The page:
Much of the literature on community-based mental health interventions has emphasized group models that promote social support. Such interventions have demonstrated mixed success (50
), and are logistically unfeasible in certain settings. Additionally, interventions based on screening and referral are limited by the lack of available mechanisms to assure that referrals are brought to fruition (15
). By contrast, many of our specific findings raise the possibility that interventions based on brief cognitive restructuring models may hold promise in settings outside the traditional medical system. Many such interventions have been developed and have demonstrated success in both community and medical settings (18
). There is also evidence that they can be taught to providers relatively inexperienced in mental health (54
Our study has a number of limitations. First, an in-depth discussion of our informants’ strengths and resiliencies was beyond the scope of our study. Although each informant expressed a unique set of strengths, this paper intentionally focused on perceptions of sadness, stress and demoralization; and that should not be interpreted as a comment that our informants’ weaknesses overwhelmed their strengths. Second, like many qualitative research endeavors, ours is not necessarily generalizable. All our informants were recruited from a single metropolitan area; all spoke English; and all had the social wherewithal to access the services from which they were recruited into the study. We cannot, therefore, comment about other, possibly more marginalized populations. We contend, however, that the venues from which our subjects were recruited reflect important national-level programs within which future depression programs are likely to be implemented, and that such a recruitment paradigm represents one of our study’s principal strengths. Lastly, our sampling frame was meant to maximize variability in responses. Its primary benefit was that it allowed us to hear from a wide range of informants; but this came at the expense of being able to make inferences on the basis of a proportionally representative sample.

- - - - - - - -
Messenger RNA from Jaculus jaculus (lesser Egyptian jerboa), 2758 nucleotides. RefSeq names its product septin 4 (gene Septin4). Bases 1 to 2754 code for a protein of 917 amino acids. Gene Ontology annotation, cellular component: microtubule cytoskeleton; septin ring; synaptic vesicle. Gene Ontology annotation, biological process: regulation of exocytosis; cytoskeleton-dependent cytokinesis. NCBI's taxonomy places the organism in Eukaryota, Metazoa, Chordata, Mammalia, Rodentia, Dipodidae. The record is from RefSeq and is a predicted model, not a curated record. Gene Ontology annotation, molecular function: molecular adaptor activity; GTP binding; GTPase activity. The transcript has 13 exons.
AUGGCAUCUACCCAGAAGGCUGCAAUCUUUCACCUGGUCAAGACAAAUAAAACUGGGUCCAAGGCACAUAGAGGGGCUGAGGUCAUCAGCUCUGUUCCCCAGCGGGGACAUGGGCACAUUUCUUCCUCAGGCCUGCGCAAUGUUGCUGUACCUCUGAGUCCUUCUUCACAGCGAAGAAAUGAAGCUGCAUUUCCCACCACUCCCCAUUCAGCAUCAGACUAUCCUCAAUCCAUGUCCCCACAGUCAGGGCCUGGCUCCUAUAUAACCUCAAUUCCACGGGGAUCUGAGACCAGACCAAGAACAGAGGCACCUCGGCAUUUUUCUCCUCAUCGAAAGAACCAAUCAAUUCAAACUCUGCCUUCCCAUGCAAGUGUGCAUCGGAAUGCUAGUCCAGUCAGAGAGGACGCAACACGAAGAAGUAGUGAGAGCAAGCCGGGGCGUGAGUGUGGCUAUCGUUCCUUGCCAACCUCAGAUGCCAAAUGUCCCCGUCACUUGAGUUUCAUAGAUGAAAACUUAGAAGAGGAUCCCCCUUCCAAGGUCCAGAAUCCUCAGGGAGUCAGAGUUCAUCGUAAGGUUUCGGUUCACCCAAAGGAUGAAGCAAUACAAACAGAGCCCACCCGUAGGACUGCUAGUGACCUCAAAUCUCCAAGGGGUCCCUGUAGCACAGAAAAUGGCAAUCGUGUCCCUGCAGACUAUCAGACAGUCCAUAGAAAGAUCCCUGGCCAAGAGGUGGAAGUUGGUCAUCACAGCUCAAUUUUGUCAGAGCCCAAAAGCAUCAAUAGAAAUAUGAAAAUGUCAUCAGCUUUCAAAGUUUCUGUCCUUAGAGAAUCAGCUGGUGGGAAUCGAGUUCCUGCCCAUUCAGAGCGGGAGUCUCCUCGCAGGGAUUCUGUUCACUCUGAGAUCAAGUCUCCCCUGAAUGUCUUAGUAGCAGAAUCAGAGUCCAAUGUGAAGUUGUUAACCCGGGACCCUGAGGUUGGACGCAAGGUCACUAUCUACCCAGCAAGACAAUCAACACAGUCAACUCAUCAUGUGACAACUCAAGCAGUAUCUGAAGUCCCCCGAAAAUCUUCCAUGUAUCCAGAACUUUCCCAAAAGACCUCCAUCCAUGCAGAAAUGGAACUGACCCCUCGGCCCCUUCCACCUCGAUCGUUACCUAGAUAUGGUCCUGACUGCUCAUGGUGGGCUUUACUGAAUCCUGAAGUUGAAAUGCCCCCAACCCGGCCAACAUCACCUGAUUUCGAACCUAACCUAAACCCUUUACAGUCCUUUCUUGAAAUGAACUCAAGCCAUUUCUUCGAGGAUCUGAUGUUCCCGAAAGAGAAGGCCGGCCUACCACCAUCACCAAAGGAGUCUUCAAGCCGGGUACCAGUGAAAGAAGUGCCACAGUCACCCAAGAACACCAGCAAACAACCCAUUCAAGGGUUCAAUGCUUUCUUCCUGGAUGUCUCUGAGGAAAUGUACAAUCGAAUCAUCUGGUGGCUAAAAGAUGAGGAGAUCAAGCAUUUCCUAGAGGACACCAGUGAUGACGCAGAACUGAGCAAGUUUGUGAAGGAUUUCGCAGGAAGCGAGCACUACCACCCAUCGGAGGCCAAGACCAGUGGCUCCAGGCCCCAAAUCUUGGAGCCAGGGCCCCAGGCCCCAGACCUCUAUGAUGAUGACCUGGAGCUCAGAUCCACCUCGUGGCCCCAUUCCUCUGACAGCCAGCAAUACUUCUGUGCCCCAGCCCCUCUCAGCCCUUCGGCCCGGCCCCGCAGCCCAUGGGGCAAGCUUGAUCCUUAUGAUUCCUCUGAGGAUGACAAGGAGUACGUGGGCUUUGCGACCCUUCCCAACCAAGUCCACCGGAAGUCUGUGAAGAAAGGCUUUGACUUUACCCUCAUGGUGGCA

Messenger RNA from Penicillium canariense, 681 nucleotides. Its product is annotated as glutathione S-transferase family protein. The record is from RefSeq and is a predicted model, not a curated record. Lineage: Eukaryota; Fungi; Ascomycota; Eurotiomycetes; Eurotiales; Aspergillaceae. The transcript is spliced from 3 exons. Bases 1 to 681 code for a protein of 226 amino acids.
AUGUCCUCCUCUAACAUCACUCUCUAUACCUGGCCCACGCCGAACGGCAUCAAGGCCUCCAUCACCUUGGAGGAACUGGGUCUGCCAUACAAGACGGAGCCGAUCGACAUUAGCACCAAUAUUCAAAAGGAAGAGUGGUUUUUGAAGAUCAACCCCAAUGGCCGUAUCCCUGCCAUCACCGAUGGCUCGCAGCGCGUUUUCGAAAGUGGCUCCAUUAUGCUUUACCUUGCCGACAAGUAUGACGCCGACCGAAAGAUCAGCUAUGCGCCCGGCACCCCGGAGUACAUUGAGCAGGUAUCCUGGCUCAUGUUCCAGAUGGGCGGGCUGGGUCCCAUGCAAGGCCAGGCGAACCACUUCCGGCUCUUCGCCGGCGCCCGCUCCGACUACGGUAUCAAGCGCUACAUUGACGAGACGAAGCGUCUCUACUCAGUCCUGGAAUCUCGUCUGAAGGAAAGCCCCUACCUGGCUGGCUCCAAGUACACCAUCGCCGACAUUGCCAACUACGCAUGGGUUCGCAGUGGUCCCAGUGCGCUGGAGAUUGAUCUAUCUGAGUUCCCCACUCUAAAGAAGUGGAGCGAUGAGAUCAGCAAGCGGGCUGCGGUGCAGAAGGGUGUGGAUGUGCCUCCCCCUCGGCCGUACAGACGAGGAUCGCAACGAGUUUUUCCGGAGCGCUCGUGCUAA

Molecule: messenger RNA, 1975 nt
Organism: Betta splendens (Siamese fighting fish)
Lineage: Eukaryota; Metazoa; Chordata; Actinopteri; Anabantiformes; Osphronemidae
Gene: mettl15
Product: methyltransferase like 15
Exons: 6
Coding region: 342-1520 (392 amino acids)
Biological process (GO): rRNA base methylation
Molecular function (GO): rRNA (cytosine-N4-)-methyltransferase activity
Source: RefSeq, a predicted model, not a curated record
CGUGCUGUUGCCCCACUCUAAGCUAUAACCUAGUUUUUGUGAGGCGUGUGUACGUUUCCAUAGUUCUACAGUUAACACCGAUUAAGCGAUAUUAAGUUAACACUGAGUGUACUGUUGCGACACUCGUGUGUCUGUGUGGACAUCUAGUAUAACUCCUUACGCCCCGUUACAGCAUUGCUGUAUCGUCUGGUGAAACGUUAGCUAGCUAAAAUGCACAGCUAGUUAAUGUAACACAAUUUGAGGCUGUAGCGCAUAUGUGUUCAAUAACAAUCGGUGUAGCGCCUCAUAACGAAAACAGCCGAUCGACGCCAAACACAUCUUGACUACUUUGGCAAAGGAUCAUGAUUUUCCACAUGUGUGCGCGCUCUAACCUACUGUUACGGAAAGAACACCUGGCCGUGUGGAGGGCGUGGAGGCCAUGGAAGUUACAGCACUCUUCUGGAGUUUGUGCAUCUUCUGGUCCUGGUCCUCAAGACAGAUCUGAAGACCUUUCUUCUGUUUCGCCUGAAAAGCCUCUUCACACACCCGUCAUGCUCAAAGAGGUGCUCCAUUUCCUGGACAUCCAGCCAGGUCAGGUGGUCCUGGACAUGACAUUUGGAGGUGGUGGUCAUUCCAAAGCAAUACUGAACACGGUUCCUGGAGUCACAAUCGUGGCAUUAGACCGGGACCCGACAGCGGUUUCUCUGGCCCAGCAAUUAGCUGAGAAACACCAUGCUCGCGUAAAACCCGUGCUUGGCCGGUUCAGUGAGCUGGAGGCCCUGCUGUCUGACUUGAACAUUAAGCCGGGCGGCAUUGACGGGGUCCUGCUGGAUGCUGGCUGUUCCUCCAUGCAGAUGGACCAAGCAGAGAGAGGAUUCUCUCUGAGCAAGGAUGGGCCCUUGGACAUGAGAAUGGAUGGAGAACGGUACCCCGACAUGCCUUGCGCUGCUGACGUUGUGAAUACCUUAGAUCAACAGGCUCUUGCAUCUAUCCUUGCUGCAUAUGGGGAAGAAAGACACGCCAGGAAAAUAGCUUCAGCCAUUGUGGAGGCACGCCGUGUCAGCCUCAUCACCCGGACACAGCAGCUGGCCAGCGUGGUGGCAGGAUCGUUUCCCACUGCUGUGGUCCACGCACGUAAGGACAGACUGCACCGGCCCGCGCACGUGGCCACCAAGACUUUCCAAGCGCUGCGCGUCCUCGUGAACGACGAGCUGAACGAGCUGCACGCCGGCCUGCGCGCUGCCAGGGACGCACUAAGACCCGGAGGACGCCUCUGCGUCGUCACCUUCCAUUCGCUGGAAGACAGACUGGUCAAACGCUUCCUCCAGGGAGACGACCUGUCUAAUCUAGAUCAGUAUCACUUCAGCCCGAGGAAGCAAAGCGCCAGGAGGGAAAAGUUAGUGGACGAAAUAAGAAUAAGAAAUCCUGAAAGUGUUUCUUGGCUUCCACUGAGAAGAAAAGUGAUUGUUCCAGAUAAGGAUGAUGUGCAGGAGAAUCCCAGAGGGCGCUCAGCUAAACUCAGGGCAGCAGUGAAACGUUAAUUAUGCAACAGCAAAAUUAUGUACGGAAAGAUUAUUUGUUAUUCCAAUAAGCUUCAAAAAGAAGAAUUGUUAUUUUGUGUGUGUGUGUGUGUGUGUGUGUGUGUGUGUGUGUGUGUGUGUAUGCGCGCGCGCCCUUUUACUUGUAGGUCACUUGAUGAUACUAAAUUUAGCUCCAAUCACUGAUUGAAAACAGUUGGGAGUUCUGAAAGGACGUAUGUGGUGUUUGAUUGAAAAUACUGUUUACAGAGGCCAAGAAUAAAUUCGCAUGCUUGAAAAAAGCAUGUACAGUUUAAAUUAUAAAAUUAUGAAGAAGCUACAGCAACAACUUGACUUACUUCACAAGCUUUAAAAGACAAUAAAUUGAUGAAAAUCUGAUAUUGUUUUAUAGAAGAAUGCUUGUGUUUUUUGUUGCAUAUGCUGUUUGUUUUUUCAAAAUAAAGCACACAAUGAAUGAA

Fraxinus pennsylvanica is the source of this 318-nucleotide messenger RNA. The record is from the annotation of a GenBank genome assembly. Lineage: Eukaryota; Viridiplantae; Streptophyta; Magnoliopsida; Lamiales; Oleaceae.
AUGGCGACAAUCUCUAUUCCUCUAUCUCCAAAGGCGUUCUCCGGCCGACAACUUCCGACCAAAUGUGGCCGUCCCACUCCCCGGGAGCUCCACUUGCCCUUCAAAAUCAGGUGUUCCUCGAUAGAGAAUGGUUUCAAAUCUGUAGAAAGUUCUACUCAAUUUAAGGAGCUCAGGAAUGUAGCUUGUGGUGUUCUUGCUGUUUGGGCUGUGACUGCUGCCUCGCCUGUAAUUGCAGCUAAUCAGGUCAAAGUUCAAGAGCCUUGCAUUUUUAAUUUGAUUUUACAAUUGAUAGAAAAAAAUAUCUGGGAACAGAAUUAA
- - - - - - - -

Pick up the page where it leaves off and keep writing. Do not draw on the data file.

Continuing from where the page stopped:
Understanding women’s perceptions of their own feelings of sadness, stress or demoralization is important to maximizing the effectiveness of interventions designed to help them address these feelings. That said, our results do not indicate that one specific intervention model would be superior to any other. However, when viewed in the context of the Life Course Model – in which factors that impact wellbeing affect families across generations, and in which building capacity in the community represents a key strategy to reduce risk and foster resilience (55
) – our findings do shed light on potentially promising avenues for intervention planning. Given the morbidities associated with maternal depression – and the poor access to quality mental health services that low-income women have – the public health implications of such interventions, if successful, could be substantial.